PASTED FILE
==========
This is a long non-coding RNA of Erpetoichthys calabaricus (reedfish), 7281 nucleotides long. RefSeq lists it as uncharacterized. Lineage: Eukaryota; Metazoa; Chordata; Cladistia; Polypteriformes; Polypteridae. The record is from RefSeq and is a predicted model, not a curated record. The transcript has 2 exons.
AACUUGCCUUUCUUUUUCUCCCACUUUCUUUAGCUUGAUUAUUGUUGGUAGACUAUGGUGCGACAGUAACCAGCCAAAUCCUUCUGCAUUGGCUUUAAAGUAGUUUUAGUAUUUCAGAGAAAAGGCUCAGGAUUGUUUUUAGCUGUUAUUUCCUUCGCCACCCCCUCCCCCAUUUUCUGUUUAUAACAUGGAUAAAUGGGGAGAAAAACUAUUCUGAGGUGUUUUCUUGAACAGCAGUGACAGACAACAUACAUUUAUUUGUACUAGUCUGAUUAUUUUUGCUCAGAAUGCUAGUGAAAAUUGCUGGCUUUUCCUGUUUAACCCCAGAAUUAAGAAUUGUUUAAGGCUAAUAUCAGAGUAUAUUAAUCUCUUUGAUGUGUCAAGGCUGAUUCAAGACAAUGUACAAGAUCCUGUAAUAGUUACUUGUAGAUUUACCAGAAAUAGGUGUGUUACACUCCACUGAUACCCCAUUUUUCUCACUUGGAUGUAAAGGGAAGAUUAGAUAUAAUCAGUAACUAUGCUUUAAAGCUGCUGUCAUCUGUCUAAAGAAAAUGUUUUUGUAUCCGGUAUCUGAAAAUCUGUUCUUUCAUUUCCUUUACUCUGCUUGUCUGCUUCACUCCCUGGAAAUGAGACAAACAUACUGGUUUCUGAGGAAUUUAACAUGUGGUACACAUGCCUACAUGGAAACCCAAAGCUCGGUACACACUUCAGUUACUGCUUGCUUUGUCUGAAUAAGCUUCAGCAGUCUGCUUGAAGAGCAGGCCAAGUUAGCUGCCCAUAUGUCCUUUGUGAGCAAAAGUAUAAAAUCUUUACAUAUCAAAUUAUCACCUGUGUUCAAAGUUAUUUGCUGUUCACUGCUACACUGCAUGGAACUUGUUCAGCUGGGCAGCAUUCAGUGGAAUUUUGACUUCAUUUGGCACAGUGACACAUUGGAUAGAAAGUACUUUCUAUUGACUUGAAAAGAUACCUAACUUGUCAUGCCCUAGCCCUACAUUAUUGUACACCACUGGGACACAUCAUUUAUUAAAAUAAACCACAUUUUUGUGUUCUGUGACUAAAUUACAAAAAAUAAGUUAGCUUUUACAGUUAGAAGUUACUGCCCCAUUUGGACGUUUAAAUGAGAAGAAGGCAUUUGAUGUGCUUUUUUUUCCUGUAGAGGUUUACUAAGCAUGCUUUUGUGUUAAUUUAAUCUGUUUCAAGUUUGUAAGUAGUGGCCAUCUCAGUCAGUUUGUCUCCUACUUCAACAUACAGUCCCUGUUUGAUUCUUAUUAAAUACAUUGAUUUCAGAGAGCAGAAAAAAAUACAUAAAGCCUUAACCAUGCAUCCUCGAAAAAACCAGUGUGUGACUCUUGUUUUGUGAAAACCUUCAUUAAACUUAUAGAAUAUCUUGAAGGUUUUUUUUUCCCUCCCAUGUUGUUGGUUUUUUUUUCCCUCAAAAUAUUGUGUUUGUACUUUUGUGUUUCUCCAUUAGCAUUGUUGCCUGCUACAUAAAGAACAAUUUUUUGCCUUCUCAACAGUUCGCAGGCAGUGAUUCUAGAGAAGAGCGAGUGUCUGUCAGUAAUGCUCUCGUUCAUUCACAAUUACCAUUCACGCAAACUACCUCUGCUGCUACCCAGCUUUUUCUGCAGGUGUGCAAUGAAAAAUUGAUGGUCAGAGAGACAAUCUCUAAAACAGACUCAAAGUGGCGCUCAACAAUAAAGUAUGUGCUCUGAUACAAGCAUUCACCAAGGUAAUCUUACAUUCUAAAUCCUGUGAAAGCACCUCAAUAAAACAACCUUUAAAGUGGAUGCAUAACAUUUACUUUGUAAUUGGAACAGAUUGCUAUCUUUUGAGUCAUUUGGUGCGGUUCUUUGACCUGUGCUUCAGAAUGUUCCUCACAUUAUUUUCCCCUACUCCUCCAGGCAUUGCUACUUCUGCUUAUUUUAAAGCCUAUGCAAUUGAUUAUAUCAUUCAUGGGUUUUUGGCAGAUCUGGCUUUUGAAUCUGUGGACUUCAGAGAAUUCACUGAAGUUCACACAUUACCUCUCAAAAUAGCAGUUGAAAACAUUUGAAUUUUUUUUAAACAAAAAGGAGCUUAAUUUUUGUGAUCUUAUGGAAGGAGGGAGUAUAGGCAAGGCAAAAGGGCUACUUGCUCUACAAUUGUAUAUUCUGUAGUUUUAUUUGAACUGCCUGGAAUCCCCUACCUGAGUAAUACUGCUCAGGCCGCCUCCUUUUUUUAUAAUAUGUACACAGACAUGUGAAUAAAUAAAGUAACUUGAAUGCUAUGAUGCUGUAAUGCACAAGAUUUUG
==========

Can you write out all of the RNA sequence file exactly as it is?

This is a long non-coding RNA of Erpetoichthys calabaricus (reedfish), 7281 nucleotides long. RefSeq lists it as uncharacterized. Lineage: Eukaryota; Metazoa; Chordata; Cladistia; Polypteriformes; Polypteridae. The record is from RefSeq and is a predicted model, not a curated record. The transcript has 2 exons.
AACUUGCCUUUCUUUUUCUCCCACUUUCUUUAGCUUGAUUAUUGUUGGUAGACUAUGGUGCGACAGUAACCAGCCAAAUCCUUCUGCAUUGGCUUUAAAGUAGUUUUAGUAUUUCAGAGAAAAGGCUCAGGAUUGUUUUUAGCUGUUAUUUCCUUCGCCACCCCCUCCCCCAUUUUCUGUUUAUAACAUGGAUAAAUGGGGAGAAAAACUAUUCUGAGGUGUUUUCUUGAACAGCAGUGACAGACAACAUACAUUUAUUUGUACUAGUCUGAUUAUUUUUGCUCAGAAUGCUAGUGAAAAUUGCUGGCUUUUCCUGUUUAACCCCAGAAUUAAGAAUUGUUUAAGGCUAAUAUCAGAGUAUAUUAAUCUCUUUGAUGUGUCAAGGCUGAUUCAAGACAAUGUACAAGAUCCUGUAAUAGUUACUUGUAGAUUUACCAGAAAUAGGUGUGUUACACUCCACUGAUACCCCAUUUUUCUCACUUGGAUGUAAAGGGAAGAUUAGAUAUAAUCAGUAACUAUGCUUUAAAGCUGCUGUCAUCUGUCUAAAGAAAAUGUUUUUGUAUCCGGUAUCUGAAAAUCUGUUCUUUCAUUUCCUUUACUCUGCUUGUCUGCUUCACUCCCUGGAAAUGAGACAAACAUACUGGUUUCUGAGGAAUUUAACAUGUGGUACACAUGCCUACAUGGAAACCCAAAGCUCGGUACACACUUCAGUUACUGCUUGCUUUGUCUGAAUAAGCUUCAGCAGUCUGCUUGAAGAGCAGGCCAAGUUAGCUGCCCAUAUGUCCUUUGUGAGCAAAAGUAUAAAAUCUUUACAUAUCAAAUUAUCACCUGUGUUCAAAGUUAUUUGCUGUUCACUGCUACACUGCAUGGAACUUGUUCAGCUGGGCAGCAUUCAGUGGAAUUUUGACUUCAUUUGGCACAGUGACACAUUGGAUAGAAAGUACUUUCUAUUGACUUGAAAAGAUACCUAACUUGUCAUGCCCUAGCCCUACAUUAUUGUACACCACUGGGACACAUCAUUUAUUAAAAUAAACCACAUUUUUGUGUUCUGUGACUAAAUUACAAAAAAUAAGUUAGCUUUUACAGUUAGAAGUUACUGCCCCAUUUGGACGUUUAAAUGAGAAGAAGGCAUUUGAUGUGCUUUUUUUUCCUGUAGAGGUUUACUAAGCAUGCUUUUGUGUUAAUUUAAUCUGUUUCAAGUUUGUAAGUAGUGGCCAUCUCAGUCAGUUUGUCUCCUACUUCAACAUACAGUCCCUGUUUGAUUCUUAUUAAAUACAUUGAUUUCAGAGAGCAGAAAAAAAUACAUAAAGCCUUAACCAUGCAUCCUCGAAAAAACCAGUGUGUGACUCUUGUUUUGUGAAAACCUUCAUUAAACUUAUAGAAUAUCUUGAAGGUUUUUUUUUCCCUCCCAUGUUGUUGGUUUUUUUUUCCCUCAAAAUAUUGUGUUUGUACUUUUGUGUUUCUCCAUUAGCAUUGUUGCCUGCUACAUAAAGAACAAUUUUUUGCCUUCUCAACAGUUCGCAGGCAGUGAUUCUAGAGAAGAGCGAGUGUCUGUCAGUAAUGCUCUCGUUCAUUCACAAUUACCAUUCACGCAAACUACCUCUGCUGCUACCCAGCUUUUUCUGCAGGUGUGCAAUGAAAAAUUGAUGGUCAGAGAGACAAUCUCUAAAACAGACUCAAAGUGGCGCUCAACAAUAAAGUAUGUGCUCUGAUACAAGCAUUCACCAAGGUAAUCUUACAUUCUAAAUCCUGUGAAAGCACCUCAAUAAAACAACCUUUAAAGUGGAUGCAUAACAUUUACUUUGUAAUUGGAACAGAUUGCUAUCUUUUGAGUCAUUUGGUGCGGUUCUUUGACCUGUGCUUCAGAAUGUUCCUCACAUUAUUUUCCCCUACUCCUCCAGGCAUUGCUACUUCUGCUUAUUUUAAAGCCUAUGCAAUUGAUUAUAUCAUUCAUGGGUUUUUGGCAGAUCUGGCUUUUGAAUCUGUGGACUUCAGAGAAUUCACUGAAGUUCACACAUUACCUCUCAAAAUAGCAGUUGAAAACAUUUGAAUUUUUUUUAAACAAAAAGGAGCUUAAUUUUUGUGAUCUUAUGGAAGGAGGGAGUAUAGGCAAGGCAAAAGGGCUACUUGCUCUACAAUUGUAUAUUCUGUAGUUUUAUUUGAACUGCCUGGAAUCCCCUACCUGAGUAAUACUGCUCAGGCCGCCUCCUUUUUUUAUAAUAUGUACACAGACAUGUGAAUAAAUAAAGUAACUUGAAUGCUAUGAUGCUGUAAUGCACAAGAUUUUG